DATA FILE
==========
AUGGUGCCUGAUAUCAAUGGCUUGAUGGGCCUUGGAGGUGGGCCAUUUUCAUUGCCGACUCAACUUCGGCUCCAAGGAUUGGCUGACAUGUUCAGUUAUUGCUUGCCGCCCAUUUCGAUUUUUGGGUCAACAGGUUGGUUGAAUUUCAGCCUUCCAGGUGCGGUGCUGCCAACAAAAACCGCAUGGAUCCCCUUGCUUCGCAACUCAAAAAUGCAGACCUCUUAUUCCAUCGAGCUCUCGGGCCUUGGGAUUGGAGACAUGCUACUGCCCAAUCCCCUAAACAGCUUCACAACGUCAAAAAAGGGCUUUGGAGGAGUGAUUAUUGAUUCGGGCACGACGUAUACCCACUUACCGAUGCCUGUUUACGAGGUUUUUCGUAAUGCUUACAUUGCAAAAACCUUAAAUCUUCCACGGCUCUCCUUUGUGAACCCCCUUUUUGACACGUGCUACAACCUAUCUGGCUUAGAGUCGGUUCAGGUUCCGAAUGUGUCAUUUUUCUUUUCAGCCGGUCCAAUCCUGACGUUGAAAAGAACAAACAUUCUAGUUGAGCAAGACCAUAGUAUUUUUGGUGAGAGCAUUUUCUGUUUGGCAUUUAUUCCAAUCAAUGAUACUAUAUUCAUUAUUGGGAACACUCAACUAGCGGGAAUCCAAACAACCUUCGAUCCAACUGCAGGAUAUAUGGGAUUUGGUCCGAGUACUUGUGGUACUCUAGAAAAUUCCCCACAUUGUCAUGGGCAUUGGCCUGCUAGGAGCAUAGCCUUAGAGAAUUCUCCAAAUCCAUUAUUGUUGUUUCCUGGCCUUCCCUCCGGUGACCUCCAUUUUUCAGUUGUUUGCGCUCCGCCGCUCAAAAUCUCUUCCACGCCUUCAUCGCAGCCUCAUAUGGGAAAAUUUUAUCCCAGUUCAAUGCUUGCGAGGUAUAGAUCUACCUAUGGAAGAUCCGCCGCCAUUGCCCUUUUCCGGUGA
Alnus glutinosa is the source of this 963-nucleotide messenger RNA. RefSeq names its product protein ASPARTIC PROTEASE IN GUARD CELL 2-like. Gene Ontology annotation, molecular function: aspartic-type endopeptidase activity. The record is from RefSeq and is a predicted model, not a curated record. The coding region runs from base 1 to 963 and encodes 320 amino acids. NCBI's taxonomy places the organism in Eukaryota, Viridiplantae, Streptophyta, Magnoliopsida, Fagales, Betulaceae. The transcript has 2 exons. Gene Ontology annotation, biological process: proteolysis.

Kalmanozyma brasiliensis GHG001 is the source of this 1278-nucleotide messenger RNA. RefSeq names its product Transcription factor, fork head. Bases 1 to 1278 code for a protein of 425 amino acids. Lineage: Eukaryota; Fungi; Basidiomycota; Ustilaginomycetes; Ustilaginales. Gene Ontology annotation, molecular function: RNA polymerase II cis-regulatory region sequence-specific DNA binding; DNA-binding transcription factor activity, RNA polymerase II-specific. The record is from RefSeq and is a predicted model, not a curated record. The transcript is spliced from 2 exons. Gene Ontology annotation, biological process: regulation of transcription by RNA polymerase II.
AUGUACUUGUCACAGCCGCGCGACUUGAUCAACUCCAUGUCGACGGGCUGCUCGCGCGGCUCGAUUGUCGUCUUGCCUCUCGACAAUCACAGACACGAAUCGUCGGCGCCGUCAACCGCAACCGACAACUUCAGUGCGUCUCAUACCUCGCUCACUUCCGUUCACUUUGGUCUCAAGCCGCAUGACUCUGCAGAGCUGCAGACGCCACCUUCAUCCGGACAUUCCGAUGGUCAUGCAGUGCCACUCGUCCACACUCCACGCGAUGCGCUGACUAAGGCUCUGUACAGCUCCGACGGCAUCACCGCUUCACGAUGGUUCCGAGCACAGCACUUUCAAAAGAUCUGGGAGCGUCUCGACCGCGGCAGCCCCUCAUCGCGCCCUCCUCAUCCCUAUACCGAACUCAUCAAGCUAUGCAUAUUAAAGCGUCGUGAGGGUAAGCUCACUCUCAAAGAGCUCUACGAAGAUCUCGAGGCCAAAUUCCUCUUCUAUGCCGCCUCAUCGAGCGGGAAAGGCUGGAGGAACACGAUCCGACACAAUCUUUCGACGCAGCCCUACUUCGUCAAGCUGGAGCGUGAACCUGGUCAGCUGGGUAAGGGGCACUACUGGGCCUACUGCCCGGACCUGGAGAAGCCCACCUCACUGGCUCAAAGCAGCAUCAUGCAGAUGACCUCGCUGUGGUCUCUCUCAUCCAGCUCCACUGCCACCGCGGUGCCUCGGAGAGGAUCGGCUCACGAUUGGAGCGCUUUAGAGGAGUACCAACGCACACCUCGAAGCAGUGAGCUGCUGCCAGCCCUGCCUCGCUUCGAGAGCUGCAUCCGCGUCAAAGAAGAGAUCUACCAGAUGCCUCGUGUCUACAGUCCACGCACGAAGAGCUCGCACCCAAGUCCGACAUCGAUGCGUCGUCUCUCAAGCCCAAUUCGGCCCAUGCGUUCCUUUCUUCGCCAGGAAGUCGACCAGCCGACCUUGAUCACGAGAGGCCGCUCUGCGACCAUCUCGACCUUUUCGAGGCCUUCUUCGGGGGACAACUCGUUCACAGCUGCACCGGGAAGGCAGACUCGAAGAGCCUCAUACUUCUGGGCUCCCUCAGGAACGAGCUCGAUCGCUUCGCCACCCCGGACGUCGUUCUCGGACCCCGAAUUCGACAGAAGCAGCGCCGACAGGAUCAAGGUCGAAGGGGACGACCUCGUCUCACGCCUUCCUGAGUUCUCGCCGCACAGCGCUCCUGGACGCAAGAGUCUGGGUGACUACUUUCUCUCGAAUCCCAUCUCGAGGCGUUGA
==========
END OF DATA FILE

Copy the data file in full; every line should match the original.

AUGGUGCCUGAUAUCAAUGGCUUGAUGGGCCUUGGAGGUGGGCCAUUUUCAUUGCCGACUCAACUUCGGCUCCAAGGAUUGGCUGACAUGUUCAGUUAUUGCUUGCCGCCCAUUUCGAUUUUUGGGUCAACAGGUUGGUUGAAUUUCAGCCUUCCAGGUGCGGUGCUGCCAACAAAAACCGCAUGGAUCCCCUUGCUUCGCAACUCAAAAAUGCAGACCUCUUAUUCCAUCGAGCUCUCGGGCCUUGGGAUUGGAGACAUGCUACUGCCCAAUCCCCUAAACAGCUUCACAACGUCAAAAAAGGGCUUUGGAGGAGUGAUUAUUGAUUCGGGCACGACGUAUACCCACUUACCGAUGCCUGUUUACGAGGUUUUUCGUAAUGCUUACAUUGCAAAAACCUUAAAUCUUCCACGGCUCUCCUUUGUGAACCCCCUUUUUGACACGUGCUACAACCUAUCUGGCUUAGAGUCGGUUCAGGUUCCGAAUGUGUCAUUUUUCUUUUCAGCCGGUCCAAUCCUGACGUUGAAAAGAACAAACAUUCUAGUUGAGCAAGACCAUAGUAUUUUUGGUGAGAGCAUUUUCUGUUUGGCAUUUAUUCCAAUCAAUGAUACUAUAUUCAUUAUUGGGAACACUCAACUAGCGGGAAUCCAAACAACCUUCGAUCCAACUGCAGGAUAUAUGGGAUUUGGUCCGAGUACUUGUGGUACUCUAGAAAAUUCCCCACAUUGUCAUGGGCAUUGGCCUGCUAGGAGCAUAGCCUUAGAGAAUUCUCCAAAUCCAUUAUUGUUGUUUCCUGGCCUUCCCUCCGGUGACCUCCAUUUUUCAGUUGUUUGCGCUCCGCCGCUCAAAAUCUCUUCCACGCCUUCAUCGCAGCCUCAUAUGGGAAAAUUUUAUCCCAGUUCAAUGCUUGCGAGGUAUAGAUCUACCUAUGGAAGAUCCGCCGCCAUUGCCCUUUUCCGGUGA
Alnus glutinosa is the source of this 963-nucleotide messenger RNA. RefSeq names its product protein ASPARTIC PROTEASE IN GUARD CELL 2-like. Gene Ontology annotation, molecular function: aspartic-type endopeptidase activity. The record is from RefSeq and is a predicted model, not a curated record. The coding region runs from base 1 to 963 and encodes 320 amino acids. NCBI's taxonomy places the organism in Eukaryota, Viridiplantae, Streptophyta, Magnoliopsida, Fagales, Betulaceae. The transcript has 2 exons. Gene Ontology annotation, biological process: proteolysis.

Kalmanozyma brasiliensis GHG001 is the source of this 1278-nucleotide messenger RNA. RefSeq names its product Transcription factor, fork head. Bases 1 to 1278 code for a protein of 425 amino acids. Lineage: Eukaryota; Fungi; Basidiomycota; Ustilaginomycetes; Ustilaginales. Gene Ontology annotation, molecular function: RNA polymerase II cis-regulatory region sequence-specific DNA binding; DNA-binding transcription factor activity, RNA polymerase II-specific. The record is from RefSeq and is a predicted model, not a curated record. The transcript is spliced from 2 exons. Gene Ontology annotation, biological process: regulation of transcription by RNA polymerase II.
AUGUACUUGUCACAGCCGCGCGACUUGAUCAACUCCAUGUCGACGGGCUGCUCGCGCGGCUCGAUUGUCGUCUUGCCUCUCGACAAUCACAGACACGAAUCGUCGGCGCCGUCAACCGCAACCGACAACUUCAGUGCGUCUCAUACCUCGCUCACUUCCGUUCACUUUGGUCUCAAGCCGCAUGACUCUGCAGAGCUGCAGACGCCACCUUCAUCCGGACAUUCCGAUGGUCAUGCAGUGCCACUCGUCCACACUCCACGCGAUGCGCUGACUAAGGCUCUGUACAGCUCCGACGGCAUCACCGCUUCACGAUGGUUCCGAGCACAGCACUUUCAAAAGAUCUGGGAGCGUCUCGACCGCGGCAGCCCCUCAUCGCGCCCUCCUCAUCCCUAUACCGAACUCAUCAAGCUAUGCAUAUUAAAGCGUCGUGAGGGUAAGCUCACUCUCAAAGAGCUCUACGAAGAUCUCGAGGCCAAAUUCCUCUUCUAUGCCGCCUCAUCGAGCGGGAAAGGCUGGAGGAACACGAUCCGACACAAUCUUUCGACGCAGCCCUACUUCGUCAAGCUGGAGCGUGAACCUGGUCAGCUGGGUAAGGGGCACUACUGGGCCUACUGCCCGGACCUGGAGAAGCCCACCUCACUGGCUCAAAGCAGCAUCAUGCAGAUGACCUCGCUGUGGUCUCUCUCAUCCAGCUCCACUGCCACCGCGGUGCCUCGGAGAGGAUCGGCUCACGAUUGGAGCGCUUUAGAGGAGUACCAACGCACACCUCGAAGCAGUGAGCUGCUGCCAGCCCUGCCUCGCUUCGAGAGCUGCAUCCGCGUCAAAGAAGAGAUCUACCAGAUGCCUCGUGUCUACAGUCCACGCACGAAGAGCUCGCACCCAAGUCCGACAUCGAUGCGUCGUCUCUCAAGCCCAAUUCGGCCCAUGCGUUCCUUUCUUCGCCAGGAAGUCGACCAGCCGACCUUGAUCACGAGAGGCCGCUCUGCGACCAUCUCGACCUUUUCGAGGCCUUCUUCGGGGGACAACUCGUUCACAGCUGCACCGGGAAGGCAGACUCGAAGAGCCUCAUACUUCUGGGCUCCCUCAGGAACGAGCUCGAUCGCUUCGCCACCCCGGACGUCGUUCUCGGACCCCGAAUUCGACAGAAGCAGCGCCGACAGGAUCAAGGUCGAAGGGGACGACCUCGUCUCACGCCUUCCUGAGUUCUCGCCGCACAGCGCUCCUGGACGCAAGAGUCUGGGUGACUACUUUCUCUCGAAUCCCAUCUCGAGGCGUUGA